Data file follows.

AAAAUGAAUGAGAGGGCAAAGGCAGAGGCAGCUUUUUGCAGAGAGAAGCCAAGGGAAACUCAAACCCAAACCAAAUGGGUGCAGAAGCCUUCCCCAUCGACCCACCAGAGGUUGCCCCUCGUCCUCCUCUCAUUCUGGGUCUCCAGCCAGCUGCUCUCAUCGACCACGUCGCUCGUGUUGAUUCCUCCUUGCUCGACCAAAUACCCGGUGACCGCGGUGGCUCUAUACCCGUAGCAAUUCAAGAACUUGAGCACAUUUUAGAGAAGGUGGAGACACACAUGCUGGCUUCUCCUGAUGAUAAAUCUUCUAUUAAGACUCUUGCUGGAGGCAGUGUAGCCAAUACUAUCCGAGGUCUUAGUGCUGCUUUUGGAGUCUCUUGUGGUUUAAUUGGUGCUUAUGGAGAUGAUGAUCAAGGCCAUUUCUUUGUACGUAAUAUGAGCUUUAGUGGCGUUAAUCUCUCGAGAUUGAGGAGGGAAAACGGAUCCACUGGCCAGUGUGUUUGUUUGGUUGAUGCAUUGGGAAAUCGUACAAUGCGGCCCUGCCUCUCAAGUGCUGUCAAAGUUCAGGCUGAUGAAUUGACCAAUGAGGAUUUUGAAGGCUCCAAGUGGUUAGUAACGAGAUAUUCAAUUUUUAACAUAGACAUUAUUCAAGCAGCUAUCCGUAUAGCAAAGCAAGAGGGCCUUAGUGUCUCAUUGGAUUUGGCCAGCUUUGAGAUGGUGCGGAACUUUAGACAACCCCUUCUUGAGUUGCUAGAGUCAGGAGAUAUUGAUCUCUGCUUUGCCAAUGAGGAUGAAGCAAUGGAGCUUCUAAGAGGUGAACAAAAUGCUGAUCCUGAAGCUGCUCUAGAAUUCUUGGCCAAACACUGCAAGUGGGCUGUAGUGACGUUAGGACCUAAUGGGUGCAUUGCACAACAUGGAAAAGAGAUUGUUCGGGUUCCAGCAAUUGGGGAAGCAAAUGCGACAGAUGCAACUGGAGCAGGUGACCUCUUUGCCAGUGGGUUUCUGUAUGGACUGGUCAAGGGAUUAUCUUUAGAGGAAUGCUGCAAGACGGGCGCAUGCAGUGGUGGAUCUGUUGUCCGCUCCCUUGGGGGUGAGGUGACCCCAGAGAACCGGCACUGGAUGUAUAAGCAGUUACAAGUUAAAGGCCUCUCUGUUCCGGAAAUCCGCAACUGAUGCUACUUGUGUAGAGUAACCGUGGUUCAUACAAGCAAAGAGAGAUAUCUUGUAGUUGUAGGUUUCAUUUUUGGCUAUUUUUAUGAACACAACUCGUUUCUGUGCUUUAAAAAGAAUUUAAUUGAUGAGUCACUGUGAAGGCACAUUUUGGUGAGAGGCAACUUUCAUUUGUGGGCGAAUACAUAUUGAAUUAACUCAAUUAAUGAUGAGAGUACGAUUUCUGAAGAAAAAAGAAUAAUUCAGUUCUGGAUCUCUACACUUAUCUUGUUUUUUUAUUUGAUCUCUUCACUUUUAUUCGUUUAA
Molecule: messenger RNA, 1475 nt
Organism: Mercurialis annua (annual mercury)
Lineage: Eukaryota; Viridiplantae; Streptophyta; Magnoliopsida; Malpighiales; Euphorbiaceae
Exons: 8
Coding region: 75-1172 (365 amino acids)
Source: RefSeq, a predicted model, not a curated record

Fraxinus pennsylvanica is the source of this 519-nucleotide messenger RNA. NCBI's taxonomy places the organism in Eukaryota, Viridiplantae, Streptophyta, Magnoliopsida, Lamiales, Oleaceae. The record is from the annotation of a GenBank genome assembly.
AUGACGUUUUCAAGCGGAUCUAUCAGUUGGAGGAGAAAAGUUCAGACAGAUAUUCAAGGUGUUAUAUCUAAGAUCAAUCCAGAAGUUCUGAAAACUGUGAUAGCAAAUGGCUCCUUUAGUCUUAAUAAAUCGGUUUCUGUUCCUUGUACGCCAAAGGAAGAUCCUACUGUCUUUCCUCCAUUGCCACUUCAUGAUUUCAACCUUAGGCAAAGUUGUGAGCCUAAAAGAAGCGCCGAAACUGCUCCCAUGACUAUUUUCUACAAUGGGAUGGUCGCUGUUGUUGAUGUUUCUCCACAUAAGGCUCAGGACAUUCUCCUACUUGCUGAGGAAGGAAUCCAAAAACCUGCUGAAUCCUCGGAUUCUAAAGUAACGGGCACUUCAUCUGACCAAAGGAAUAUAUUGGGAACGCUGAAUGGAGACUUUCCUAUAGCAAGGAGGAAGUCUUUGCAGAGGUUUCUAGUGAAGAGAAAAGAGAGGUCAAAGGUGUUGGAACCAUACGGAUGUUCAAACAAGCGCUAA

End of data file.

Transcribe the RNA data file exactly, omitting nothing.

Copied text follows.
AAAAUGAAUGAGAGGGCAAAGGCAGAGGCAGCUUUUUGCAGAGAGAAGCCAAGGGAAACUCAAACCCAAACCAAAUGGGUGCAGAAGCCUUCCCCAUCGACCCACCAGAGGUUGCCCCUCGUCCUCCUCUCAUUCUGGGUCUCCAGCCAGCUGCUCUCAUCGACCACGUCGCUCGUGUUGAUUCCUCCUUGCUCGACCAAAUACCCGGUGACCGCGGUGGCUCUAUACCCGUAGCAAUUCAAGAACUUGAGCACAUUUUAGAGAAGGUGGAGACACACAUGCUGGCUUCUCCUGAUGAUAAAUCUUCUAUUAAGACUCUUGCUGGAGGCAGUGUAGCCAAUACUAUCCGAGGUCUUAGUGCUGCUUUUGGAGUCUCUUGUGGUUUAAUUGGUGCUUAUGGAGAUGAUGAUCAAGGCCAUUUCUUUGUACGUAAUAUGAGCUUUAGUGGCGUUAAUCUCUCGAGAUUGAGGAGGGAAAACGGAUCCACUGGCCAGUGUGUUUGUUUGGUUGAUGCAUUGGGAAAUCGUACAAUGCGGCCCUGCCUCUCAAGUGCUGUCAAAGUUCAGGCUGAUGAAUUGACCAAUGAGGAUUUUGAAGGCUCCAAGUGGUUAGUAACGAGAUAUUCAAUUUUUAACAUAGACAUUAUUCAAGCAGCUAUCCGUAUAGCAAAGCAAGAGGGCCUUAGUGUCUCAUUGGAUUUGGCCAGCUUUGAGAUGGUGCGGAACUUUAGACAACCCCUUCUUGAGUUGCUAGAGUCAGGAGAUAUUGAUCUCUGCUUUGCCAAUGAGGAUGAAGCAAUGGAGCUUCUAAGAGGUGAACAAAAUGCUGAUCCUGAAGCUGCUCUAGAAUUCUUGGCCAAACACUGCAAGUGGGCUGUAGUGACGUUAGGACCUAAUGGGUGCAUUGCACAACAUGGAAAAGAGAUUGUUCGGGUUCCAGCAAUUGGGGAAGCAAAUGCGACAGAUGCAACUGGAGCAGGUGACCUCUUUGCCAGUGGGUUUCUGUAUGGACUGGUCAAGGGAUUAUCUUUAGAGGAAUGCUGCAAGACGGGCGCAUGCAGUGGUGGAUCUGUUGUCCGCUCCCUUGGGGGUGAGGUGACCCCAGAGAACCGGCACUGGAUGUAUAAGCAGUUACAAGUUAAAGGCCUCUCUGUUCCGGAAAUCCGCAACUGAUGCUACUUGUGUAGAGUAACCGUGGUUCAUACAAGCAAAGAGAGAUAUCUUGUAGUUGUAGGUUUCAUUUUUGGCUAUUUUUAUGAACACAACUCGUUUCUGUGCUUUAAAAAGAAUUUAAUUGAUGAGUCACUGUGAAGGCACAUUUUGGUGAGAGGCAACUUUCAUUUGUGGGCGAAUACAUAUUGAAUUAACUCAAUUAAUGAUGAGAGUACGAUUUCUGAAGAAAAAAGAAUAAUUCAGUUCUGGAUCUCUACACUUAUCUUGUUUUUUUAUUUGAUCUCUUCACUUUUAUUCGUUUAA
Molecule: messenger RNA, 1475 nt
Organism: Mercurialis annua (annual mercury)
Lineage: Eukaryota; Viridiplantae; Streptophyta; Magnoliopsida; Malpighiales; Euphorbiaceae
Exons: 8
Coding region: 75-1172 (365 amino acids)
Source: RefSeq, a predicted model, not a curated record

Fraxinus pennsylvanica is the source of this 519-nucleotide messenger RNA. NCBI's taxonomy places the organism in Eukaryota, Viridiplantae, Streptophyta, Magnoliopsida, Lamiales, Oleaceae. The record is from the annotation of a GenBank genome assembly.
AUGACGUUUUCAAGCGGAUCUAUCAGUUGGAGGAGAAAAGUUCAGACAGAUAUUCAAGGUGUUAUAUCUAAGAUCAAUCCAGAAGUUCUGAAAACUGUGAUAGCAAAUGGCUCCUUUAGUCUUAAUAAAUCGGUUUCUGUUCCUUGUACGCCAAAGGAAGAUCCUACUGUCUUUCCUCCAUUGCCACUUCAUGAUUUCAACCUUAGGCAAAGUUGUGAGCCUAAAAGAAGCGCCGAAACUGCUCCCAUGACUAUUUUCUACAAUGGGAUGGUCGCUGUUGUUGAUGUUUCUCCACAUAAGGCUCAGGACAUUCUCCUACUUGCUGAGGAAGGAAUCCAAAAACCUGCUGAAUCCUCGGAUUCUAAAGUAACGGGCACUUCAUCUGACCAAAGGAAUAUAUUGGGAACGCUGAAUGGAGACUUUCCUAUAGCAAGGAGGAAGUCUUUGCAGAGGUUUCUAGUGAAGAGAAAAGAGAGGUCAAAGGUGUUGGAACCAUACGGAUGUUCAAACAAGCGCUAA